Background matters, but not whether parents are immigrants: Outcomes of children born in Denmark

Abstract

On average, children born in Denmark with immigrant parents (first-generation locals) have lower earnings, higher unemployment, less education, more welfare transfers, and more criminal convictions than children with local-born parents. This is different from the US where first-generation locals often have better unconditional outcomes. However, like the US, when we condition on parental socio-economic characteristics, first-generation locals generally perform as well or better than the children of locals. There is little distinctive about being a child of immigrants, other than the fact that they are more likely to come from deprived backgrounds.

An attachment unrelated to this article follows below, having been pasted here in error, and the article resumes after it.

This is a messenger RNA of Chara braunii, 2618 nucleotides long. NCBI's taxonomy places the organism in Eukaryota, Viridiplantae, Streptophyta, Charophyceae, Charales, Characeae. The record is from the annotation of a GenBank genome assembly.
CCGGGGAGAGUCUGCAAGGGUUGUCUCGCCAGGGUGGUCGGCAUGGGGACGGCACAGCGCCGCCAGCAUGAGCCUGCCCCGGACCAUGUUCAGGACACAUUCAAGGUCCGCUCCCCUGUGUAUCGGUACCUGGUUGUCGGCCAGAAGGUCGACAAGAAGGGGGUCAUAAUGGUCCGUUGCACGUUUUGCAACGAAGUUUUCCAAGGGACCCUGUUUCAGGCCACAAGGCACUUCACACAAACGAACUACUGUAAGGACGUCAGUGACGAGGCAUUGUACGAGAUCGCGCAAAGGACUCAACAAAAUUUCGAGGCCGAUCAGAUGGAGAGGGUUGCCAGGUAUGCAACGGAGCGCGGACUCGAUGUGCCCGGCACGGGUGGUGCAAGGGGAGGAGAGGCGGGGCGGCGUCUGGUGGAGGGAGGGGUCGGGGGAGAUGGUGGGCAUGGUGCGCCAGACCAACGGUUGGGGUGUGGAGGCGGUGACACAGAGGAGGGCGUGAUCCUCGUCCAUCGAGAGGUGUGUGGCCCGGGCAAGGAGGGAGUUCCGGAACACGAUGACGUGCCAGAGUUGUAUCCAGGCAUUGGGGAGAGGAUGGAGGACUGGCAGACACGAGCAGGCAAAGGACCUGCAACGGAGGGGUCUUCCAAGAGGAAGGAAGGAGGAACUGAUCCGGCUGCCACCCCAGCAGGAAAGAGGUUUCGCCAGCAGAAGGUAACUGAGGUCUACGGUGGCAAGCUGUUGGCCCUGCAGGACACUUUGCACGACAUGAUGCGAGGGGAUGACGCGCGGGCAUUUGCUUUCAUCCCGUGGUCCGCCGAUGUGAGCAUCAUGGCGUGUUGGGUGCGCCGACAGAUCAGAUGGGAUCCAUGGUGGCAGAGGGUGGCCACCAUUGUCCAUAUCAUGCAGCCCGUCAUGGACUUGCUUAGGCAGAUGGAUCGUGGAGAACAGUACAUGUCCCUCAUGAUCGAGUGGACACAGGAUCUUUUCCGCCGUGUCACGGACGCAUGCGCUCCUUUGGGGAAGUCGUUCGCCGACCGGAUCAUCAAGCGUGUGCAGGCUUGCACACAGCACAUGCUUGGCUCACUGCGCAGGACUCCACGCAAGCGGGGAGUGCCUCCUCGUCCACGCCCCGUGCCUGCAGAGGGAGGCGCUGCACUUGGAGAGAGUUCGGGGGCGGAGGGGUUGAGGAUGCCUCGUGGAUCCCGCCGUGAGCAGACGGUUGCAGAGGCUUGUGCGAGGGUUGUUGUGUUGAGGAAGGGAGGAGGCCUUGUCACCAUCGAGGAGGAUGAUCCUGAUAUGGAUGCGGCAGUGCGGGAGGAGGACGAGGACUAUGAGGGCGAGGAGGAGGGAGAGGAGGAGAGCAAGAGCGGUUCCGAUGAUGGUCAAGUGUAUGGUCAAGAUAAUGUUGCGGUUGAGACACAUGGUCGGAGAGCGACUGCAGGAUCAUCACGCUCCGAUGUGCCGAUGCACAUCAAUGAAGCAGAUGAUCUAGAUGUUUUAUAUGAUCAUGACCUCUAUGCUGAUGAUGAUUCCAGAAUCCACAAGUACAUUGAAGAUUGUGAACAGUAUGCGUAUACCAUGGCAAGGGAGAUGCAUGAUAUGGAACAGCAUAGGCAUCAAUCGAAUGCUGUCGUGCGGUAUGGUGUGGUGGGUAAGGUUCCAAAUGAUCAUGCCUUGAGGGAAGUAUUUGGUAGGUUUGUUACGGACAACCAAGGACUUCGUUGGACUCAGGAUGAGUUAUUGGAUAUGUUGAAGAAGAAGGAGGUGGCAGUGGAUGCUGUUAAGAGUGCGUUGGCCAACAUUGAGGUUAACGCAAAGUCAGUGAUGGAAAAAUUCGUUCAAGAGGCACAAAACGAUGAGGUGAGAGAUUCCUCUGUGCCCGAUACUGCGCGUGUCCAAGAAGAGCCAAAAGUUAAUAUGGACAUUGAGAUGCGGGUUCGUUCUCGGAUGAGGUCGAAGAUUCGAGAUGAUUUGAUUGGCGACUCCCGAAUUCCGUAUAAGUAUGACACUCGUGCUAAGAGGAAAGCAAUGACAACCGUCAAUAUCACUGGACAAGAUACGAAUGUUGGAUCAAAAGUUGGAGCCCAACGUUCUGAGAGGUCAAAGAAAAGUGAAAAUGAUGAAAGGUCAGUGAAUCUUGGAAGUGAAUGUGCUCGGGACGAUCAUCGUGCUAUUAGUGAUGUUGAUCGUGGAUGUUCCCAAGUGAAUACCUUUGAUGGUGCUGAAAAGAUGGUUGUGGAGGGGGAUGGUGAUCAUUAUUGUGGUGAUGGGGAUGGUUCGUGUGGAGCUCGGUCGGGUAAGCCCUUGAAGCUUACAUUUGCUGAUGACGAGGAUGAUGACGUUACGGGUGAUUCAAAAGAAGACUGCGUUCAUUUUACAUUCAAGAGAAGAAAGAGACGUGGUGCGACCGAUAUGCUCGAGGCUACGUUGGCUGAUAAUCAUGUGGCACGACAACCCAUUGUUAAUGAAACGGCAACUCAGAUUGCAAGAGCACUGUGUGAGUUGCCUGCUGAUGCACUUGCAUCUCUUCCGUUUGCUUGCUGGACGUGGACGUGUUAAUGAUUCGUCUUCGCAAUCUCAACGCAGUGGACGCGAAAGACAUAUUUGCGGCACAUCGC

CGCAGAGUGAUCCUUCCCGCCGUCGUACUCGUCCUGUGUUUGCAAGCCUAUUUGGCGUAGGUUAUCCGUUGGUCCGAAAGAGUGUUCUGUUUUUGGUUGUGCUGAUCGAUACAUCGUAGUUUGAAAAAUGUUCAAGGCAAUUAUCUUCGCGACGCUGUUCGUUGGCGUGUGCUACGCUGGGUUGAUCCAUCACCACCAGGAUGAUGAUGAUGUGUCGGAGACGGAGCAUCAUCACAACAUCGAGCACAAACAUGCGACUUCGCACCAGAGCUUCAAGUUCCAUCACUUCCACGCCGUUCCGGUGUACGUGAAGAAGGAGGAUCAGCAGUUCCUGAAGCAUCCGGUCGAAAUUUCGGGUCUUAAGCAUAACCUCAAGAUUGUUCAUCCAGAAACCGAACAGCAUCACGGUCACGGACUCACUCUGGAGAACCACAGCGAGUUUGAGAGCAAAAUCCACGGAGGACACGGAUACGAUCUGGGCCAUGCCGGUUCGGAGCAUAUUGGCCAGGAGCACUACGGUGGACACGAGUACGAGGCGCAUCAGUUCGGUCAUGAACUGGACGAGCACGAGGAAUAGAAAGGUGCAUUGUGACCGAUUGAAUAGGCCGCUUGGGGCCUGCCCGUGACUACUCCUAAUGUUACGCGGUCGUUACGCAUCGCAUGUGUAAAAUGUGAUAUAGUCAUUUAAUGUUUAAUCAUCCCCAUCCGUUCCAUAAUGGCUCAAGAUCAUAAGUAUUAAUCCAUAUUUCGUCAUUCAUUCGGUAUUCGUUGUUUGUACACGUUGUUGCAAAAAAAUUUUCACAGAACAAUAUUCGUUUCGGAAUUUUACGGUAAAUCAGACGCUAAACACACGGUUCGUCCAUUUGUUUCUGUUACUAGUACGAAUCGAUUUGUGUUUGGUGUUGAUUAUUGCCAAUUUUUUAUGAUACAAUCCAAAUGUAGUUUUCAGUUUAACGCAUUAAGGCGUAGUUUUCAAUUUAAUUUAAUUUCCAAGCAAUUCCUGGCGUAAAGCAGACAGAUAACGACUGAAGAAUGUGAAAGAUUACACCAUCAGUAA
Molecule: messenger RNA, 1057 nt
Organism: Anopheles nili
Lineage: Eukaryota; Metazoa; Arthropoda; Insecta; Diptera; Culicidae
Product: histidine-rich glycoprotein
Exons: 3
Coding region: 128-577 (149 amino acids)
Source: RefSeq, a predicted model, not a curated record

Mathias Fjællegaard Jensen
Mathias Fjællegaard Jensen
Postdoctoral Research Fellow

Mathias Fjællegaard Jensen is a postdoctoral research fellow at the Department of Economics, University of Oxford. His current research projects focus on the roles of gender and family in the labour market.